The Work-Life Workshops for faculty, staff, and graduate students is a lecture-based lunch program that covers a blend of self-care and professional development topics such as navigating organizational politics, mindfulness and stress management, salary negotiation strategies, and more. This section will be presented by Holly Cook, LPC-MHSP, from the Integrative Life Center. Sponsored by the Margaret Cuninggim Women’s Center.
International Lens (iLENS) Film Series
This film series with a global perspective provides a forum for Vanderbilt’s diverse community of students, faculty, and staff. International Lens endeavors to transcend geographic, ethnic, religious, linguistic, and political boundaries by encouraging conversation and greater cross-cultural understanding through cinema. The series is a collaboration among Dean of Students offices, and, departments, centers, and programs across the University. There is no charge for admission. Films are screened in Sarratt Cinema at 7:30 p.m. unless otherwise noted.
- Wednesday, February 15, Lupe Under the Sun, presented by Dr. William Luis
- Wednesday, February 22, Half of a Yellow Sun, presented by Dr. Clive Mentzel
- Wednesday, March 1, Embrace, presented by Go Figure
The Impact of Walls: Experiencing Borders in East/West Germany, Israel/Palestine, & U.S./Mexico
Monday, February 13, 6pm, First Amendment Center
Join us for a panel discussion regarding the impact of WALLS. Panelists will discuss the Berlin Wall between East and West Germany, the wall that separates Israel and Palestine, as well as the proposed wall for the U.S./Mexico border. This event is free and open to the public. Sponsored by the Vanderbilt University Max Kade Center for European Studies, the Center for Latin American Studies, the Robert Penn Warren Center & the International Studies Legal Program at Vanderbilt Law School.
What Now? The Future of U.S. Immigration Law & Policy
Tuesday, February 14, 12-1pm, Vanderbilt Law School Bennett Miller Room
Please join the Immigration Law Society as we welcome Nina Perales, vice president of litigation for the Mexican American Legal Defense and Educational Fund as she discusses recent trends in and anticipated changes to immigration law and policy with the new administration. Nina Perales supervises the legal staff and litigation docket in MALDEF’s offices throughout the United States. Founded in 1968, MALDEF is the nation’s leading Latino legal civil rights organization. This event is free and open to the public; lunch will be served. Co-sponsored by the International Law Society, Law Students for Social Justice, and La Alianza.
From Hitchcock High to the NFL: I AM MICHAEL SAM
Thursday, February 16, 5:30-7:30pm, Sarratt Cinema
Michael Sam is an American football defensive end who made history when he came out as gay ahead of the NFL draft, making him the first openly-LGBT player to be drafted in any major American sport. Since his announcement, through scrutiny, criticism and unreserved admiration, he has become an icon and pioneer for the LGBT community. Revered for his unswerving courage, graciousness and fortitude, Sam will offer firsthand insight into leveraging individual personal strengths to pursue one’s dreams, and inspire us with his perspective on what it means to work hard to define and achieve success. Join Chancellor Zeppos in welcoming this role model and trailblazer for inclusion in sports. Tickets, which are free and available on a first-come basis, are required for this lecture. There is a limit of 2 tickets per person, and they must be picked up in advance at the Sarratt Student Center Box Office and cannot be reserved or mailed. Sponsored by the Chancellor’s Lecture Series.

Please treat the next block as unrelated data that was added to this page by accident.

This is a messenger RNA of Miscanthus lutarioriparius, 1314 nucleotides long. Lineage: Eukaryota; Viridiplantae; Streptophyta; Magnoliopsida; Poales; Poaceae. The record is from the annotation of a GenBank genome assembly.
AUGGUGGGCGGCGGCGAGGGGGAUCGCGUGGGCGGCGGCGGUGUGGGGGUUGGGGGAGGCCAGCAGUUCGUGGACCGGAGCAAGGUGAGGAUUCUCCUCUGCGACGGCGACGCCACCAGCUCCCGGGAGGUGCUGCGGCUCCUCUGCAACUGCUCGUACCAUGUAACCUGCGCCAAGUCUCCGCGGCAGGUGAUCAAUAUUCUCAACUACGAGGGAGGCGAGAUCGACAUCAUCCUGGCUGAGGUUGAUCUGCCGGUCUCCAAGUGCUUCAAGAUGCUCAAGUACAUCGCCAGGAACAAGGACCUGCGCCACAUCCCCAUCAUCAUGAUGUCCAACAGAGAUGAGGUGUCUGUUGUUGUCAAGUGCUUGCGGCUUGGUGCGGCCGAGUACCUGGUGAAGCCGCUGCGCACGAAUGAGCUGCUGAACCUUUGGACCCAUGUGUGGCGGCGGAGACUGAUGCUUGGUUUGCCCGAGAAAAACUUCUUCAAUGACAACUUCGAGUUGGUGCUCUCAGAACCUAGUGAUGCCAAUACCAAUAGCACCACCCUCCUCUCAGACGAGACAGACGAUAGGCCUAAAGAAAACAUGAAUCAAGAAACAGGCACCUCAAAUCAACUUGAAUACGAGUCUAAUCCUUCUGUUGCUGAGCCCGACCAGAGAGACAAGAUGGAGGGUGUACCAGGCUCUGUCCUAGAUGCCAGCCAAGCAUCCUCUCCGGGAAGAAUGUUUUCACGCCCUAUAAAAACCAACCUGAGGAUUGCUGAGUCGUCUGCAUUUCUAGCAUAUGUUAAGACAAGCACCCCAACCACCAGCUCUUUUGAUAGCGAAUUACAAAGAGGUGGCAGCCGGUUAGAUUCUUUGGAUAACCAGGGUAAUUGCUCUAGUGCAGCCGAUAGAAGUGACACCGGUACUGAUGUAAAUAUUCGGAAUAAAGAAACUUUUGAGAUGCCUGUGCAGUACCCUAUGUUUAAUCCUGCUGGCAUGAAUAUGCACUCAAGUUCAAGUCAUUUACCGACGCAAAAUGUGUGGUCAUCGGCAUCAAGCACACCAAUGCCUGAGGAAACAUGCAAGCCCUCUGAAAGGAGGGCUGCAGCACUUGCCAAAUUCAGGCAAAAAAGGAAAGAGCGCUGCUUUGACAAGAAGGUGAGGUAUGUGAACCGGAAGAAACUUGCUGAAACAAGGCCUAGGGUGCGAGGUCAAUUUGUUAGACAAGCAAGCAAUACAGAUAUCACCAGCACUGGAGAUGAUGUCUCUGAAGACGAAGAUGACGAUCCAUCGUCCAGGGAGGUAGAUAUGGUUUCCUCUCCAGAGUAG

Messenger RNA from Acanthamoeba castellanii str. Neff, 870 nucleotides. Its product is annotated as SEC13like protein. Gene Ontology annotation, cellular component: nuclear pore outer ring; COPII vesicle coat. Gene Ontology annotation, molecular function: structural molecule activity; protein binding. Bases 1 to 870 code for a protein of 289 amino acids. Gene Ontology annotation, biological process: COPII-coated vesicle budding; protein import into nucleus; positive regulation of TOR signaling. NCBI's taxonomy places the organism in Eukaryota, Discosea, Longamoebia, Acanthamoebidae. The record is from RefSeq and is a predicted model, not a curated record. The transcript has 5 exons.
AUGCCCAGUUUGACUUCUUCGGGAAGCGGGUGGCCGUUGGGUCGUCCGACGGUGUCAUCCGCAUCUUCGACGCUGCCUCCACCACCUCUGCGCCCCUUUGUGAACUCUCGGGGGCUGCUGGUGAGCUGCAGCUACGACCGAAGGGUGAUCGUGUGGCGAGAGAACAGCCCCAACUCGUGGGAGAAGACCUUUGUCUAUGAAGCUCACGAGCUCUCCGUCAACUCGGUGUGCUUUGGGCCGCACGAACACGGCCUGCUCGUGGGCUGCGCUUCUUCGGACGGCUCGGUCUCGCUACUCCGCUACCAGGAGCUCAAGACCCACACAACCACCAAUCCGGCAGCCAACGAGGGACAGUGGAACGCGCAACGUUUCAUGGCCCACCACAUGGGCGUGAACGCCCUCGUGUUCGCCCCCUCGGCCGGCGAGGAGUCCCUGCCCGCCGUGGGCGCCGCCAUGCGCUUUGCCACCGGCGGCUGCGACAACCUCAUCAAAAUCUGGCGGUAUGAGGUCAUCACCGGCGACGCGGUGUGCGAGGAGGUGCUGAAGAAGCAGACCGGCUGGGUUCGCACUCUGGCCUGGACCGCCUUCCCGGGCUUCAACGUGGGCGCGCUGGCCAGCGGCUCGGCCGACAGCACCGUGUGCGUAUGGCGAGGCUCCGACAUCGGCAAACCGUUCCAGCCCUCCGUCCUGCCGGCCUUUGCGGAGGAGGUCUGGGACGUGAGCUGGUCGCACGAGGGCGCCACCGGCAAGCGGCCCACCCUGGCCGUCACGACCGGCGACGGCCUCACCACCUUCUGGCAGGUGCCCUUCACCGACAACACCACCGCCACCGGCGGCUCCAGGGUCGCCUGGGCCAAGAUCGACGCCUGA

2017 OUT in Front Conference
Saturday, February 18, 8am-5pm, Sarratt/Rand Student Center
The mission of OUT in Front is to engage students, faculty, and staff from across the south/southeast region in issues and topics relevant to the LGBTQQIA+ community and society at large. The theme of this year is sh(OUT): resistance through existence. Our goal is to explore the ways in which survival and solidarity among intersectional queer+ communities remains vital. Our existence is a powerful presence against the oppressive forces that surround us everyday. We want to boldly shout that we are ready to not only survive, but thrive, and demand that our voices be recognized and centered. The keynote speaker is Kit Yan, a New York based spoken word artist from Hawaii and performs theatrical slam poetry pieces about his life as a queer, transgender, and Asian American through stories about family, love, and social justice. Kit will be facilitating a slam poetry workshop and close the conference by performing his slam poetry piece Queer Heartache. Sponsored by LGBTQI Life.
Something Must Be Done About Prince Edward County
Monday, February 20, 4:10pm, Bishop Joseph Johnson Black Cultural Center
Kristen Green will present “Something Must Be Done about Prince Edward County: A Family, a Virginia Town, a Civil Rights Battle.” Green is the author of the critically-acclaimed book of the same title about a Virginia community that defied the Supreme Court’s Brown v. Board of Education ruling. When ordered by a federal court to desegregate the public schools in 1959, white leaders instead chose to close them and public schools remained closed in the county until 1964. Green’s book tells the story of these events and the long-term impact on her hometown. Co-sponsored by the Bishop Joseph Johnson Black Cultural Center and the Robert Penn Warren Center. A reception will follow the program.
Community & Social Events
VPA Happy Hour
Thursday, February 23, 5pm, Sportsman’s Grille
Join the Vanderbilt Postdoctoral Association (VPA) for happy hour at Sportsman’s Grille and enjoy socializing with other postdocs! Happy hour lasts till 7pm.
GSC General Body Meeting
Thursday, March 2, 6-7pm, Alumni Hall 201
All graduate students are welcome to join the Graduate Student Council to learn about news and upcoming events for graduate students.